We are uncertain of our sources for funding our future capital needs; if we cannot obtain equity or debt financing on acceptable terms, our ability to acquire investments and to expand our operations will be adversely affected.
The net proceeds from the sale of shares will be used for our investment opportunities, operating expenses and for payment of various fees and expenses such as base management fees, incentive fees and other fees. Any working capital reserves we maintain may not be sufficient for investment purposes, and we may require debt or equity financing to operate. Accordingly, in the event that we develop a need for additional capital in the future for investments or for any other reason, these sources of funding may not be available to us. Consequently, if we cannot obtain debt or equity financing on acceptable terms, our ability to acquire investments and to expand our operations will be adversely affected. As a result, we would be less able to broaden our portfolio and achieve our investment objective, which may negatively impact our results of operations and reduce our ability to make distributions to our stockholders.
If we fail to maintain an effective system of internal control over financial reporting, we may not be able to accurately report our financial results or prevent fraud. As a result, stockholders could lose confidence in our financial and other public reporting, which would harm our business and our ability to continue the offering.
Effective internal controls over financial reporting are necessary for us to provide reliable financial reports and, together with adequate disclosure controls and procedures, are designed to prevent fraud. Any failure to implement required new or improved controls, or difficulties encountered in their implementation could cause us to fail to meet our reporting obligations. In addition, any testing by us conducted in connection with Section 404 of the Sarbanes-Oxley Act, or the subsequent testing by our independent registered public accounting firm (when undertaken, as noted below), may reveal deficiencies in our internal controls over financial reporting that are deemed to be material weaknesses or that may require prospective or retroactive changes to our consolidated financial statements or identify other areas for further attention or improvement. Inferior internal controls could also cause investors and lenders to lose confidence in our reported financial information, which could have a negative effect on our ability to continue the offering.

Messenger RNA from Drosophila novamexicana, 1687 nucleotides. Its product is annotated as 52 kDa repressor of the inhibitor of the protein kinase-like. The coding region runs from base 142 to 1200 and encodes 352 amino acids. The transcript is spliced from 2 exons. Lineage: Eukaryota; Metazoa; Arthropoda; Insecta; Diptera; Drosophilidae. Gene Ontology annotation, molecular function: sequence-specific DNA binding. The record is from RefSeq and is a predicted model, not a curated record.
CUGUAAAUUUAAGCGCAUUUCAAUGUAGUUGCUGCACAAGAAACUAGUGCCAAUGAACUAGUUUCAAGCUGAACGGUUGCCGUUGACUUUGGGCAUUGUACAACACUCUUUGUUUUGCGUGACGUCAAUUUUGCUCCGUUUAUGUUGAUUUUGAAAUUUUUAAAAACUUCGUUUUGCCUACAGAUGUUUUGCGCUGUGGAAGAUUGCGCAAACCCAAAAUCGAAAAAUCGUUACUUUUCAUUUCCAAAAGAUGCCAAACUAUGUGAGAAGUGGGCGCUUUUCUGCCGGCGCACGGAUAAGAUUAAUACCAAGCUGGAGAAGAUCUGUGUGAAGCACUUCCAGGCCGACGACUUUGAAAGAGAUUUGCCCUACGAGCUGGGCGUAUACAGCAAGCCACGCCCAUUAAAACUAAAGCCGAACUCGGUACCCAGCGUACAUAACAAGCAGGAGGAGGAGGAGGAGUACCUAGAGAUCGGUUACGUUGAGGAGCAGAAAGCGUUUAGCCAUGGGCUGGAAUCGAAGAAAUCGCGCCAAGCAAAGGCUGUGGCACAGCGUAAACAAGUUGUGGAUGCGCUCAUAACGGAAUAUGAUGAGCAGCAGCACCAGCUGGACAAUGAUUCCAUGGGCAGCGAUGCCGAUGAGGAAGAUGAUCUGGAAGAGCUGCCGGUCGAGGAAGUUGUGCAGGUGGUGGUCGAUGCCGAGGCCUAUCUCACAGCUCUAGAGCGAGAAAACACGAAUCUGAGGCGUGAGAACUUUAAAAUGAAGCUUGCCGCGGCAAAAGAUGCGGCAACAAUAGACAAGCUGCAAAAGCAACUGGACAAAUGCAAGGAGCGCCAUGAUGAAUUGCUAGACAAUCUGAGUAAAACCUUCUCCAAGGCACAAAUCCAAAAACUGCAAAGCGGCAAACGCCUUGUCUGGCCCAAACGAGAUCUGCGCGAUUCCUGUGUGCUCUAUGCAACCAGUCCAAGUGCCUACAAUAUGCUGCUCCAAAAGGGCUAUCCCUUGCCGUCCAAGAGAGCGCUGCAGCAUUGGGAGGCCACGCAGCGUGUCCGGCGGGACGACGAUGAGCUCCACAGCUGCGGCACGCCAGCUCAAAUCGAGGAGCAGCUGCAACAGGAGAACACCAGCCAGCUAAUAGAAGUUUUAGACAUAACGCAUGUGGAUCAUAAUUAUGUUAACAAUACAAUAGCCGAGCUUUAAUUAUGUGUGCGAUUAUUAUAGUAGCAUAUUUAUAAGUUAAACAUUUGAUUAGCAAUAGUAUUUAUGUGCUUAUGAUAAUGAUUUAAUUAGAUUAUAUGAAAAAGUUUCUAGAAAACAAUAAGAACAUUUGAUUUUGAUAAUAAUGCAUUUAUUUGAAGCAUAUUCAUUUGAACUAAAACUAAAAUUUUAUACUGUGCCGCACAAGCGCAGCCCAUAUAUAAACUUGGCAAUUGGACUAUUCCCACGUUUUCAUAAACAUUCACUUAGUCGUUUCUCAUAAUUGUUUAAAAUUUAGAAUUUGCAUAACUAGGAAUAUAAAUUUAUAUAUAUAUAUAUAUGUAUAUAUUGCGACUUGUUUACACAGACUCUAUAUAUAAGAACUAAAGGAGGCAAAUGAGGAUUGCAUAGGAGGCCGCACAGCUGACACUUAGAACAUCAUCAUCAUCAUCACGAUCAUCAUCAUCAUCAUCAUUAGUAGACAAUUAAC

We face cyber-security risks.
Our business operations rely upon secure information technology systems for data processing, storage and reporting. Despite careful security and controls design, implementation and updating, our information technology systems could become subject to cyber-attacks. Network, system, application and data breaches could result in operational disruptions or information misappropriation, which could have a material adverse effect on our business, results of operations and financial condition.